Employees in Germany, Sweden, Ireland, Belgium and the Netherlands are taking part in the one-day walkout, the largest in the history of Ryanair.
The Irish airline has announced the cancellations in recent days of 250 flights in and out of Germany, 104 to and from Belgium and another 42 in Sweden and its home market of Ireland.
Some 42,000 travelers are expected to be affected by the strike in Germany alone, with the majority of passengers switched to another Ryanair flight and the remainder either refunded or rerouted, Presstv reported.
Europe's largest low-cost carrier averted widespread strikes before Christmas by agreeing to recognize unions for the first time in its 30-year history.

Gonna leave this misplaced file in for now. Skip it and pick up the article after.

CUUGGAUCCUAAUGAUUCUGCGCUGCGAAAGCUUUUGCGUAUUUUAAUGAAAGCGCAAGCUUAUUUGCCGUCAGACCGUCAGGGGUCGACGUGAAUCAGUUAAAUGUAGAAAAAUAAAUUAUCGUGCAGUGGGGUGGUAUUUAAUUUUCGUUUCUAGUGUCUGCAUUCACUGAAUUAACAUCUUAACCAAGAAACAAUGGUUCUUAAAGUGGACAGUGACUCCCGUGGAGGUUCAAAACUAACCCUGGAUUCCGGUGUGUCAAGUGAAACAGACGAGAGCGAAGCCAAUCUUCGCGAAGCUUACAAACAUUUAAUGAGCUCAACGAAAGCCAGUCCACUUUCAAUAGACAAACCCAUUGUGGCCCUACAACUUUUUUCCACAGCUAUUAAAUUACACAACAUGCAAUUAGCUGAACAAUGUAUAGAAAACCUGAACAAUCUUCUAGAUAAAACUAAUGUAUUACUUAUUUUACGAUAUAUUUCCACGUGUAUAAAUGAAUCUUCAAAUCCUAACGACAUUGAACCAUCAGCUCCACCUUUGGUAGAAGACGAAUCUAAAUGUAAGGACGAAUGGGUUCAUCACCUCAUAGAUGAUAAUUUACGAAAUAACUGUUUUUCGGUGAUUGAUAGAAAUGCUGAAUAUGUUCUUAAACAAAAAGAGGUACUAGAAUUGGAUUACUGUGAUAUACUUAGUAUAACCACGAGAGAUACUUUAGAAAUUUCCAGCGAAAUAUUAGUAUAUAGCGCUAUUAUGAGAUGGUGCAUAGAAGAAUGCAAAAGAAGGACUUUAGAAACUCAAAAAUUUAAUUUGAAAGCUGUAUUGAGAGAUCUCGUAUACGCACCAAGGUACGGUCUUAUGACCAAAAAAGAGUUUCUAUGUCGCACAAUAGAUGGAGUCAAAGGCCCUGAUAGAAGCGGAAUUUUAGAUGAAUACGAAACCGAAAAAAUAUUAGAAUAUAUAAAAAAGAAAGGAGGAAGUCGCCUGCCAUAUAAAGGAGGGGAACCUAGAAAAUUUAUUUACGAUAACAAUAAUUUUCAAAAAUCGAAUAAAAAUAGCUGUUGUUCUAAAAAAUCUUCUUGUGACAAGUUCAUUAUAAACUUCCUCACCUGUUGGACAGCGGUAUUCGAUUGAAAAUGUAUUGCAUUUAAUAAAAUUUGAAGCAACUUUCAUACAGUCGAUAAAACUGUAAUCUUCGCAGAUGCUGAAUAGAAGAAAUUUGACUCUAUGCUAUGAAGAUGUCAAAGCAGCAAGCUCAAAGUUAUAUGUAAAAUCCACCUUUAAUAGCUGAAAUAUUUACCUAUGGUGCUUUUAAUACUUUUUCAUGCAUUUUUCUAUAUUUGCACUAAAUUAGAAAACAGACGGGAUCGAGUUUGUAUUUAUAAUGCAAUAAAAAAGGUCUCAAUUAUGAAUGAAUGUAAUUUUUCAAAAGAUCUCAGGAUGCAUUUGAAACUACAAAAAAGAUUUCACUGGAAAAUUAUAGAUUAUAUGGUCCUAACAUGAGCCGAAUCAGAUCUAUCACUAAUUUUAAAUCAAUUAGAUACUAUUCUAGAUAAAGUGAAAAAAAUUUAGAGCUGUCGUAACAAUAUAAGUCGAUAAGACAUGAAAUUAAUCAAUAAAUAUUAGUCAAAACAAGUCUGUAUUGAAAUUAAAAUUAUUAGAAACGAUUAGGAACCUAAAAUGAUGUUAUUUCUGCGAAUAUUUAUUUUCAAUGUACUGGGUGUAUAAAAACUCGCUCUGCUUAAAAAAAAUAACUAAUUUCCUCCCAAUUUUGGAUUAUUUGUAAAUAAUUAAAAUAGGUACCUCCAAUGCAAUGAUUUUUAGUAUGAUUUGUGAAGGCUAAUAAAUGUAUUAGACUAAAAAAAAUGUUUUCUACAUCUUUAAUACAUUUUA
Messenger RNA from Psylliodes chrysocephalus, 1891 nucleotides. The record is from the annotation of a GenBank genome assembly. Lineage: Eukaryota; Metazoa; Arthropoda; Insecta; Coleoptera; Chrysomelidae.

Protests, however, continued over slow progress in negotiating collective labor agreements.
"What I find unjustified is that the pilots draw the short straw, because people want to fly cheaply," said Daniel Flamman, one of several passengers at Frankfurt airport who said they sympathized with the pilots.
"It's annoying that it's happening in the summer holidays, but it's the only means they have."
Ingolf Schumacher, pay negotiator at Germany's Vereinigung Cockpit (VC) union, said pilots had to be prepared for "a very long battle" and that it could take months to push through change at the airline.
Michael O'Leary, Ryanair’s chief executive, was once quoted as saying he would rather cut off his hand than recognize unions and on another occasion crossed a picket line of baggage handlers to help load a plane.
Last month, Ryanair cancelled 300 flights when cabin crews in Belgium, Portugal and Spain went on strike for 48 hours.